austere

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See also: austère

English[edit]

Etymology[edit]

From Ancient Greek αὐστηρός ‎(austērós, bitter, harsh), having the specific meaning "making the tongue dry" (originally used of fruits, wines), related to αὔω ‎(aúō, to singe), αὖος ‎(aûos, dry).

Pronunciation[edit]

Adjective[edit]

austere ‎(comparative austerer or more austere, superlative austerest or most austere)

  1. Grim or severe in manner or appearance
    The headmistress was an austere old woman.
  2. Lacking trivial decoration; not extravagant or gaudy
    The interior of the church was as austere as the parishioners were dour.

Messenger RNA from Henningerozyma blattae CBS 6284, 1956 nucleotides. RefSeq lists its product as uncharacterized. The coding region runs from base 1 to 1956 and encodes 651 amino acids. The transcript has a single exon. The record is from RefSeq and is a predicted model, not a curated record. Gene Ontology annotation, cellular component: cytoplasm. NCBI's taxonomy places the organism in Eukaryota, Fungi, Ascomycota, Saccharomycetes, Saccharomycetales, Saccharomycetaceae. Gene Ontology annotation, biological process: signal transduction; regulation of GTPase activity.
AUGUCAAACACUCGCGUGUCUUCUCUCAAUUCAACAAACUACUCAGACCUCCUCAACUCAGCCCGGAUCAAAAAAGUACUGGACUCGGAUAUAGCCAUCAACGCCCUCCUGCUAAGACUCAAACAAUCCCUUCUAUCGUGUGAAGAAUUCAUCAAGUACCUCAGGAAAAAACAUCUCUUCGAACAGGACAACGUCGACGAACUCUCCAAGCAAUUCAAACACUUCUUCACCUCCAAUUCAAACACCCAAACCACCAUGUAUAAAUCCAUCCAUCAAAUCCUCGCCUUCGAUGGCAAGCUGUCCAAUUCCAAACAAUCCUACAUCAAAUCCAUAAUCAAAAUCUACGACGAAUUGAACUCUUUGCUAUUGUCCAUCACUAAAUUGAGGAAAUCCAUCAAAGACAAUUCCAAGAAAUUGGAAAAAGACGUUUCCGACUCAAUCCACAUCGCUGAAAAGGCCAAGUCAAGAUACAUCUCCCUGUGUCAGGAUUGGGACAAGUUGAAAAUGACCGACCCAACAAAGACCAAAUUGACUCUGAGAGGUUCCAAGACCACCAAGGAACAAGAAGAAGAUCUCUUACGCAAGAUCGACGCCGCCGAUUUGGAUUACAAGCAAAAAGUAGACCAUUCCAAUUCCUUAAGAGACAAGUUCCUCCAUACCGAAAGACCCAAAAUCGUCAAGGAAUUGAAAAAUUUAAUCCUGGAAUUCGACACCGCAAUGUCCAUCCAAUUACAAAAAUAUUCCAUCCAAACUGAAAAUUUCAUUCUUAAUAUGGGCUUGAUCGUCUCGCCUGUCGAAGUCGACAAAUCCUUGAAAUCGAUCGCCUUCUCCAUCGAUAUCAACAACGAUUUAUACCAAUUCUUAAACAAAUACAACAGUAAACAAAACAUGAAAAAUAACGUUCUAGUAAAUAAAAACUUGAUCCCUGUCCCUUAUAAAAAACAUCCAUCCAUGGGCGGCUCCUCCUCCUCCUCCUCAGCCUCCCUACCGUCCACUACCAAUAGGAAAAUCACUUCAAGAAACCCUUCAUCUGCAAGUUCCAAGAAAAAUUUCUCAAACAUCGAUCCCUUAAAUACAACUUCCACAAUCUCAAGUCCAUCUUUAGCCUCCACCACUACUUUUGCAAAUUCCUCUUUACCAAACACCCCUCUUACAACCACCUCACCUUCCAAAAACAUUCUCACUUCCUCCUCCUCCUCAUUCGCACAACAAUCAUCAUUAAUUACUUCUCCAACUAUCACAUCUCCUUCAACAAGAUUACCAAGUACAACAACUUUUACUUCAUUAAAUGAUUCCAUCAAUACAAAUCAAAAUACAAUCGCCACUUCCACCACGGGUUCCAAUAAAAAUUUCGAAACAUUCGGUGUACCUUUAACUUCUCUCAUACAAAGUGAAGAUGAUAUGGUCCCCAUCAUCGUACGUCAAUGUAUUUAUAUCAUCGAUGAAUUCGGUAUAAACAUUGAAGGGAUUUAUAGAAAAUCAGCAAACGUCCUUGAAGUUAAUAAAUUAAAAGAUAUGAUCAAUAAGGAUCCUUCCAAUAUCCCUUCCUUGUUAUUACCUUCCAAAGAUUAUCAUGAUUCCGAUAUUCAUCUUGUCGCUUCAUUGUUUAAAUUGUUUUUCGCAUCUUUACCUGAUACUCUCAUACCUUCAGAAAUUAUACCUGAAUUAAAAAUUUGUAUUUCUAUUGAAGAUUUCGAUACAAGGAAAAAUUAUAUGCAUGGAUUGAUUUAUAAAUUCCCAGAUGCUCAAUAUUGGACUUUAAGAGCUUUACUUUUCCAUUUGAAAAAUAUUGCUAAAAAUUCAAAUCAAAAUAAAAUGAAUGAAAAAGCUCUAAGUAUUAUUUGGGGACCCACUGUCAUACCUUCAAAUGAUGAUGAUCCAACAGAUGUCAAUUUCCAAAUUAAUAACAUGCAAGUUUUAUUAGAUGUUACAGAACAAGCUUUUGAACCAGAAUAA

Synonyms[edit]

Antonyms[edit]

Derived terms[edit]

Translations[edit]


Italian[edit]

Adjective[edit]

austere f pl

  1. feminine plural of austero

Latin[edit]

Adjective[edit]

austēre

  1. vocative masculine singular of austērus

Latvian[edit]

Pronunciation[edit]

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Noun[edit]

austere f (5th declension)

  1. oyster

Declension[edit]

Quotations[edit]

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Middle French[edit]

Etymology[edit]

Borrowing from Latin austērus.

Adjective[edit]

austere m, f (plural austeres)

  1. austere; severe

Old French[edit]

Alternative forms[edit]

Etymology[edit]

Borrowing from Latin austērus.

Adjective[edit]

austere m, f

  1. (of a flavor) acrid; bitter
  2. austere; severe